9-11 July 2024

Kenyatta International Convention Centre
Nairobi, Kenya

Amazon Successfully Lobbies Kenyan Government to Drop 30% Ownership Rule

AWS Zone Cloud Infrastructure in Kenya.

The Kenyan government has dropped a policy requiring foreign-owned firms to sell at least 30% of their stakes to local investors after US-based tech giant Amazon successfully lobbied President William Ruto to remove the foreign ownership rule. This is being reported by the Business Daily. Airtel Kenya will be the biggest beneficiary of this policy shift since it had started looking for Kenyan investors to buy the required 30% stake. The policy change is expected to attract more foreign investors in the country’s expanding IT sector, which has been growing rapidly and is attracting the interest of many foreign companies.

In April 2021, the Kenyan government introduced a rule that required telecoms companies to ensure local ownership of at least 30%, a threshold that was increased from the initial 20% set in 2008. However, the recent policy shift by President Ruto has done away with this rule, which was meant to trigger deal-making in the country’s rapidly expanding information and telecoms sector. President Ruto reckoned that the rule had become a hurdle for large tech firms like Amazon, denying the growing number of skilled youth decent job opportunities.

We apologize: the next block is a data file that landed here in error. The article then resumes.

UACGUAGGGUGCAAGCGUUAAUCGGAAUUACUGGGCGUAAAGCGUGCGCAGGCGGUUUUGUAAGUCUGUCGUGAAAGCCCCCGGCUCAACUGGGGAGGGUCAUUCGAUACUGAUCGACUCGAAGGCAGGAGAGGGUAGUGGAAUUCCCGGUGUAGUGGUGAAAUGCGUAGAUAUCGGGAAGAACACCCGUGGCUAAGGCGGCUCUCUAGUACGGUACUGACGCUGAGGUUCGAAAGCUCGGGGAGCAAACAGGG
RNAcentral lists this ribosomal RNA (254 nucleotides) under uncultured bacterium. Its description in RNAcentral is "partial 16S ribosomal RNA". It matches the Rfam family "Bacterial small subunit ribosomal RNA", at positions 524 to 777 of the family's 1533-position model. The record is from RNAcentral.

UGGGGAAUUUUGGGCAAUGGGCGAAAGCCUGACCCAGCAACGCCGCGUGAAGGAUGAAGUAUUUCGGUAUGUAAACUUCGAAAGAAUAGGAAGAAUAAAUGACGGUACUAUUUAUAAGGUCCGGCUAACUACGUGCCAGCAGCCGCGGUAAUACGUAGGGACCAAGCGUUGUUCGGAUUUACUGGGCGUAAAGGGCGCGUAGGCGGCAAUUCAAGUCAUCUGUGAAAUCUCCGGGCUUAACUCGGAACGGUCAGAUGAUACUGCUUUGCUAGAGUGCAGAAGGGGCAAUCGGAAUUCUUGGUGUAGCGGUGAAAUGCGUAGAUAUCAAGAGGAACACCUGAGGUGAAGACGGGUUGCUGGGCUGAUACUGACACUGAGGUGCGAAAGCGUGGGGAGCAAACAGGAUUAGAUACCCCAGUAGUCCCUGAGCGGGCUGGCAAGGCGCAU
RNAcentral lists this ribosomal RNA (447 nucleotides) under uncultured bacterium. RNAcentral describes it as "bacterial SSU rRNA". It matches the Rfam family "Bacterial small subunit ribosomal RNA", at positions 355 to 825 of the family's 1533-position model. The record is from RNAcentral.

The President announced this policy shift on Thursday during a regional business summit for US investors in Nairobi, stating that the position was untenable and that the local ownership quota would be scrapped to facilitate greater investment in the ICT sector. He added that the data protection law was aligned to support robust growth in data storage. President Ruto, who took power last September, did not disclose the timeline for the review of the policy.

Dr Ruto said he was convinced to review the more-than-a-decade-long policy after Amazon Web Services, a unit of the US e-commerce giant that provides cloud computing platforms to individuals, companies, and governments, committed to investing in Kenya on the condition that the local ownership quota is scrapped. He revealed that he was persuaded by a good gentleman from Amazon Web Services that it was impossible for Amazon to cede 30% equity to any entity they didn’t have any business relationship with. As a result, they were holding their investment in the country.

“I was persuaded by a good gentleman from Amazon Web Services that it was impossible for Amazon to cede 30 percent equity to any entity they didn’t have any business relationship with. And as a result, they were holding their investment in our country,” said Dr Ruto.

President Ruto expects Amazon to lead the way and other global tech giants to follow suit and set up operations in Kenya. He said, “I hope that Amazon, now that I have kept my part of the bargain, you keep yours. But it is not just about Amazon, it is all about other ICT companies that want to invest in our country.”

The relaxation of the foreign ownership rules is expected to attract more global tech giants such as Microsoft, Amazon, and Google to invest in the country, using Kenya, South Africa, and Nigeria as their launch pads for a bigger stake in Africa. The move could also see Kenya become one of the first marketplaces in Africa for Amazon, which is reportedly looking to expand to the continent this year.

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